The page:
1/3cupunrefined sugar (such as Alter Eco brand), or packed light or dark brown sugar
1/4teaspoonfreshly grated nutmeg
In a medium, heavy-bottomed saucepan, heat the half and half with the cinnamons, ginger and vanilla bean, swirling occasionally, until the mixture begins to steam and small bubbles appear around the sides of the pot. Turn off the heat, cover, and steep for 30 minutes.
Whisk the sugar, egg yolks and salt together in a small bowl, and place the bowl on a damp towel to stabilize it. Re-warm the half and half mixture to steaming, and dribble the hot dairy into the egg yolks, whisking constantly. (This is called 'tempering,' and it prevents the yolks from scrambling.)
Return the dairy-yolk mixture to the pot, and cook over medium-low heat, stirring constantly with a heat-proof silicone spatula, scraping the bottom and sides of the pot, just until the mixture begins to 'stick' (form a thin film ovethe bottom of the pot, and/or registers 170º on an instant-read thermometer.
Immediately remove the pot from the heat, and whisk in the cream, squash puree, brown sugar and nutmeg.
Pour the ice cream base through a fine-mesh strainer, working the mixture through with a silicone spatula. Cover the mixture and chill for at least 4 hours, and up to 2 days.
For an extra-cold start which will lead to creamier ice cream, place the ice cream base in the freezer for 15 minutes, stirring the mixture twice during that time.
Process the ice cream in an ice cream maker, then scrape it into a container, cover, and 'cure' in the freezer until firm enough to scoop, 1-2 hours. The ice cream will keep, covered, in the freezer for up to several months, though it is best within the first few days of being churned.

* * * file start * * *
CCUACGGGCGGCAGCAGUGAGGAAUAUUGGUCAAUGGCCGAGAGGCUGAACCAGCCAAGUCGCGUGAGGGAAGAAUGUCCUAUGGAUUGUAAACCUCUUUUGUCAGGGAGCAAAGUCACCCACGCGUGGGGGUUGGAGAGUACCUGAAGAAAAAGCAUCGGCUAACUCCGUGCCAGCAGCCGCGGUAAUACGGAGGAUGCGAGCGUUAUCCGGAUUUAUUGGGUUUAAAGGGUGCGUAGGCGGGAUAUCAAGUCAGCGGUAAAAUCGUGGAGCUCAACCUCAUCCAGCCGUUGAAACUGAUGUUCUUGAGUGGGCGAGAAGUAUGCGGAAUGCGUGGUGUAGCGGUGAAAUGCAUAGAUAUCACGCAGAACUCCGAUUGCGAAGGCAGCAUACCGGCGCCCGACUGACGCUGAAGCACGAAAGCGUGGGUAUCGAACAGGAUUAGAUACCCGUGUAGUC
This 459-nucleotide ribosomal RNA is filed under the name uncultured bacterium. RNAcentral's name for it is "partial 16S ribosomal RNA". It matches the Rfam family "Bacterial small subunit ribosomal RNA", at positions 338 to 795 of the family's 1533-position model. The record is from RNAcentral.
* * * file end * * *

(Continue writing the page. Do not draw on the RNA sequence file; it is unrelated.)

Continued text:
Inspired by The Craft of Baking, via David LebovitzTo make your own squash puree (butternut is my squash of choice), slice a medium squash in half lengthwise, leave the seeds in, and place the squash cut-side-down on a lightly oiled baking sheet. Roast in a 375º oven until soft and collapsing, about 45 minutes. Let cool completely, scrape out the seeds and discard, then scrape out the flesh, discarding the skins. Puree the squash in a food processor until smooth. Extra puree will keep in the fridge for up to a week, or frozen for several months.The original recipe seemed a bit fussy to me at first; adding the squash and brown sugar at the end, using both cinnamon sticks and powdered cinnamon. But I realized that there are reasons for all of this. The acids in the squash and brown sugar can curdle the dairy if added before it has been cooked into a stable custard. And I liked the flavor of both the cinnamon sticks and grounds better than either one on their own. Additionally, I like to add the cold cream at the end, to cool down the custard more quickly and remove the necessity of an ice bath, and I've found that nutmeg's flavor is more clear when it is not heated, so I add that at the end, too.Nutritional values are based on one of six servings.